Author + information
- Received August 23, 1983
- Revision received October 4, 1983
- Accepted October 7, 1983
- Published online March 1, 1984.
- Renu Virmani, MD*,a,
- Patrick K.C. Chun, MD, FACC†,
- Robert E. Goldstein, MD, FACC‡,
- Max Robinowitz, MD, FACC§ and
- Hugh A. Mcallister, MD, FACC§
- ↵aAddress for reprints: Renu Virmani, MD, Department of Pathology, Vanderbilt University Medical Center, Veterans Administration Medical Center, Nashville, Tennessee 37232.
Congenital coronary artery anomalies have been associated with sudden death. Twenty-two patients who were victims of sudden death (mean age 46) and who had no significant anatomic cause of death were examined at autopsy and compared with 19 patients who died of known causes (control group). The hearts of these 41 patients were examined for abnormalities of acute angle takeoff of the coronary artery and presence of ostial valve.like ridges. Of the 22 patients who died suddenly, 13 (59%) had acute angle takeoff of the coronary artery and 9 (41%) had ostial valve-like ridges. Of the 19 control subjects, 4 (21%) had acute angle takeoff and only 2 (11%) had an ostial valve-like ridge. The difference was statistically significant (p = 0.015 and 0.031, respectively).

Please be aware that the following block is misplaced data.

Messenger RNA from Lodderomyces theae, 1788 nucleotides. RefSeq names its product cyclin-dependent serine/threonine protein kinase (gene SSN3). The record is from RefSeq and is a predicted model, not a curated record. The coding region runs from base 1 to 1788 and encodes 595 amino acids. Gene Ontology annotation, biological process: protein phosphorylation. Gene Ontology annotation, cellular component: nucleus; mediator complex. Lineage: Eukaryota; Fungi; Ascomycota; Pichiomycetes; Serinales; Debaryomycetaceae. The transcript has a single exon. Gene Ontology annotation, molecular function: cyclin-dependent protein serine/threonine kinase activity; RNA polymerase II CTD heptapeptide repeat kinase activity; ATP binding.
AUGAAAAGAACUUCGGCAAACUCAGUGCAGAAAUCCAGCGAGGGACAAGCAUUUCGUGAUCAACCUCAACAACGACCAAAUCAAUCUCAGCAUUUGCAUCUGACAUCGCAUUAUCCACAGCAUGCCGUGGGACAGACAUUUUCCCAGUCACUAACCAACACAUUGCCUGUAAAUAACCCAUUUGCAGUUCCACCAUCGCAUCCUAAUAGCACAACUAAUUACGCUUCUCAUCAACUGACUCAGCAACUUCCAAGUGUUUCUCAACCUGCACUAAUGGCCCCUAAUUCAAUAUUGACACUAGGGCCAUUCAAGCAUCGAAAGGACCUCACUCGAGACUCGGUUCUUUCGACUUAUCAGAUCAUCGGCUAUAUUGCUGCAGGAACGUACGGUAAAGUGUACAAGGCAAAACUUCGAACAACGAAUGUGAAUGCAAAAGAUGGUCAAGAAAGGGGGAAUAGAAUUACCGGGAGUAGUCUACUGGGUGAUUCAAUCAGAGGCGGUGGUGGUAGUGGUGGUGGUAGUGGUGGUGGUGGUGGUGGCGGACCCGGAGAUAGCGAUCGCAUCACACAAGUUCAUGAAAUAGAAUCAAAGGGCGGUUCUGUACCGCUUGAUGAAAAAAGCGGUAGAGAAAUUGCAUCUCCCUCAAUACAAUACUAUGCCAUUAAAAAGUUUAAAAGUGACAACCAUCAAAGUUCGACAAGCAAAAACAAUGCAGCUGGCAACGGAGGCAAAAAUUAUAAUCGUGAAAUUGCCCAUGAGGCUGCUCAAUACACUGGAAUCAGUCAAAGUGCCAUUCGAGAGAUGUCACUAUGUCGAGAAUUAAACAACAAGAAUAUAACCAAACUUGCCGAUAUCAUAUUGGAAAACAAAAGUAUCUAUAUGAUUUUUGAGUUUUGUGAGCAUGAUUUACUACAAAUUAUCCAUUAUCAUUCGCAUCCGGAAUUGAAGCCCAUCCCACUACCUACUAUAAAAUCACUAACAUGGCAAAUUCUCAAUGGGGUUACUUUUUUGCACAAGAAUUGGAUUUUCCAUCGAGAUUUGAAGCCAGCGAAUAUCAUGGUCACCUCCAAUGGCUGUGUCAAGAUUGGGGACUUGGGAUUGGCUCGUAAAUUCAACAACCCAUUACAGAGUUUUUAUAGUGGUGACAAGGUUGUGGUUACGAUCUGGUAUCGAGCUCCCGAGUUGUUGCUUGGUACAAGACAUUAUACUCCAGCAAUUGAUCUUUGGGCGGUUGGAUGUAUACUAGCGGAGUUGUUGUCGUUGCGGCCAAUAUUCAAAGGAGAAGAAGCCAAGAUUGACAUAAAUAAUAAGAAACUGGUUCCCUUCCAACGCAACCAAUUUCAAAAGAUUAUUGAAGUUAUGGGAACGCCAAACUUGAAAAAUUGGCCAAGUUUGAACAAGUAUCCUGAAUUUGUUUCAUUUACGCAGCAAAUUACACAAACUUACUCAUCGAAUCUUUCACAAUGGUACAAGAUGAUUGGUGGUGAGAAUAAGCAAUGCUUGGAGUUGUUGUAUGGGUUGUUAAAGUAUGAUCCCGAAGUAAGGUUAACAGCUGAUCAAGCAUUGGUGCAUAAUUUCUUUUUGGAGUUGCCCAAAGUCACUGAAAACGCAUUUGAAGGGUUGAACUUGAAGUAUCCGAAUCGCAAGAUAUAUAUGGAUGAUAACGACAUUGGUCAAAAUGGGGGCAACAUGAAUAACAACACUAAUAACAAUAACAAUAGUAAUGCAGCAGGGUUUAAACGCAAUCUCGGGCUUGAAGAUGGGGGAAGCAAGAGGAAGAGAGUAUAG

It is suggested that aortic root dilation may compress coronary arteries with acute angle takeoff and that ostial valve-like ridges may act as occlusion valves. Thus, either may cause acute obstruction of the proximal coronary artery and lead to sudden death. A very lethal combination for sudden death would be the presence of severe coronary artery disease, an acute angle takeoff and an ostial valve-like ridge.
The opinions or assertions contained herein are the private views of the authors and are not to be construed as being official or as reflecting the views of the Department of the Army or the Department of the Defense.
- Received August 23, 1983.
- Revision received October 4, 1983.
- Accepted October 7, 1983.
- American College of Cardiology Foundation